The CBO, though, notes that its long-term projections are “highly uncertain” and depend on “future policies … changes in the economy, demographic trends, and international developments.”

One last thing about the budget battle: Obama says that the Republican budget “breaks our bipartisan agreement and proposes massive new cuts in annual domestic spending.” But breaking the agreement would be to spend more, not less.

Obama is referring to the Budget Control Act of 2011, the bipartisan deficit-reduction agreement reached last year. That plan, as the CBO explains, is estimated to reduce federal budget deficits by at least $2.1 trillion by 2021, including by placing caps on discretionary programs that would decrease spending by an estimated $900 billion during that period. But the so-called “super committee” created by the law failed to agree on at least $1.2 trillion of additional cuts and, as a result, the law requires automatic cuts of $1.2 trillion over 10 years in equal amounts from defense and non-defense spending.

It’s true that Ryan’s plan would alter that agreement by spending less on domestic programs. But what Ryan is proposing is a way to avoid the automatic spending cuts, and any such agreement would require a “bipartisan agreement” in order to become law. Besides, the president himself has been criticized by liberal groups for altering the terms of the Budget Control Act in ways that would benefit defense programs over non-defense.

Senior Scare

Obama also attacked a premium-support plan for Medicare that is part of Ryan’s proposed budget. Ryan’s latest proposal differs from the much-criticized plan he put forth last year, but you wouldn’t know that from the president’s misleading remarks. Obama also stated opinion as fact when he said that private insurance plans would be “cherry-picking” seniors.

We’ll take the president’s claims one by one.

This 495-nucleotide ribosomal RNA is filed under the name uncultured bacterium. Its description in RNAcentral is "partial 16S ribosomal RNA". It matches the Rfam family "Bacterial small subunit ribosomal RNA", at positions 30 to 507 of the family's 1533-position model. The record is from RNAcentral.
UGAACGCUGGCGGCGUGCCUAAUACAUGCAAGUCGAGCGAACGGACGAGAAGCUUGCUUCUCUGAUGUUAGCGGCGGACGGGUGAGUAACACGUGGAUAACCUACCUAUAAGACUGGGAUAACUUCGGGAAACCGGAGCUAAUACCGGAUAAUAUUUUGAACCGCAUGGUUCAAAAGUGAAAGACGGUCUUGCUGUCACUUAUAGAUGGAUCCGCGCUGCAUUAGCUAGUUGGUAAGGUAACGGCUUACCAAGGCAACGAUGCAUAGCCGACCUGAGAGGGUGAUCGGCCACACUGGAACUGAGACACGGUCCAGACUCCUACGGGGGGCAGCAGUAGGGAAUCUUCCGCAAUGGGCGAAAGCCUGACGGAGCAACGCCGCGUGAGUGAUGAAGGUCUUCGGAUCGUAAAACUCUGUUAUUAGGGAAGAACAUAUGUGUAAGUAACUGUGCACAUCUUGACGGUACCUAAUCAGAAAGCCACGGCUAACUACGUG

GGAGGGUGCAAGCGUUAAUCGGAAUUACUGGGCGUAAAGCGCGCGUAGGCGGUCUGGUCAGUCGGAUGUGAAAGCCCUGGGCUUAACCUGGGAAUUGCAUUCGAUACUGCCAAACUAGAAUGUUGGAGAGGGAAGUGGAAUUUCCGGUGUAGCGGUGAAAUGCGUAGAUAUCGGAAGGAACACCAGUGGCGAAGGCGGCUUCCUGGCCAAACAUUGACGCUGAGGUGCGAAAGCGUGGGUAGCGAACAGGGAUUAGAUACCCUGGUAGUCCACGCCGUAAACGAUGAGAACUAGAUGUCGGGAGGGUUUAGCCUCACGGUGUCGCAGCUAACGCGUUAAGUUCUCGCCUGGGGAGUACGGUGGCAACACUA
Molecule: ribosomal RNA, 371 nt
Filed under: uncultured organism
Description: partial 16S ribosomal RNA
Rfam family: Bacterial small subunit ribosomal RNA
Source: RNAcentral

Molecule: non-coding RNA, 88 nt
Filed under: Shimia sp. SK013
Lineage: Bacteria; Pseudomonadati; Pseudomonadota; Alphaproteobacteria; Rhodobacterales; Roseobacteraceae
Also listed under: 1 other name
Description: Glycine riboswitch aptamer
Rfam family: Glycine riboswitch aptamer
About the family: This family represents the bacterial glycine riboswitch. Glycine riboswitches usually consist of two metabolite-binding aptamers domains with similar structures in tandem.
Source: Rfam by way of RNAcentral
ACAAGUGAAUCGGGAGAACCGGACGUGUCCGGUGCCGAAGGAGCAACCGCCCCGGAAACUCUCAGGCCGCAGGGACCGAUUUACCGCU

Obama started off with a largely accurate description of Ryan’s new plan:

Obama: Instead of being enrolled in Medicare when they turn 65, seniors who retire a decade from now would get a voucher that equals the cost of the second cheapest health care plan in their area. If Medicare is more expensive than that private plan, they’ll have to pay more if they want to enroll in traditional Medicare.

Other than his contentious use of the word “voucher” — Ryan calls what are essentially subsidies “premium-support payments” — Obama is correct. Under the plan, seniors would get those subsidy payments and have a choice of traditional Medicare or various private plans. It’s certainly possible that private plans could be less expensive than traditional Medicare, and the costs would vary from region to region. Here’s the Ryan plan in a nutshell:

  • Beginning in 2023, 65-year-olds would pick an insurance plan from traditional Medicare and private plan options. A premium-support payment would be sent to the plan of their choice.
  • The Medicare eligibility age would be slowly raised to 67 by 2034.
  • The private plans would be required to offer a base level of benefits (the actuarial equivalent of traditional Medicare). They’d be part of a new Medicare exchange, and they’d be regulated by the Centers for Medicare and Medicaid Services.
  • The premium-support payments would be tied to the second-cheapest plan offered. And the proposal caps the growth rate on that plan at gross domestic product plus 0.5 percentage points. What happens if the growth exceeds that cap? Congress would be required to take some unspecified action to keep costs in check.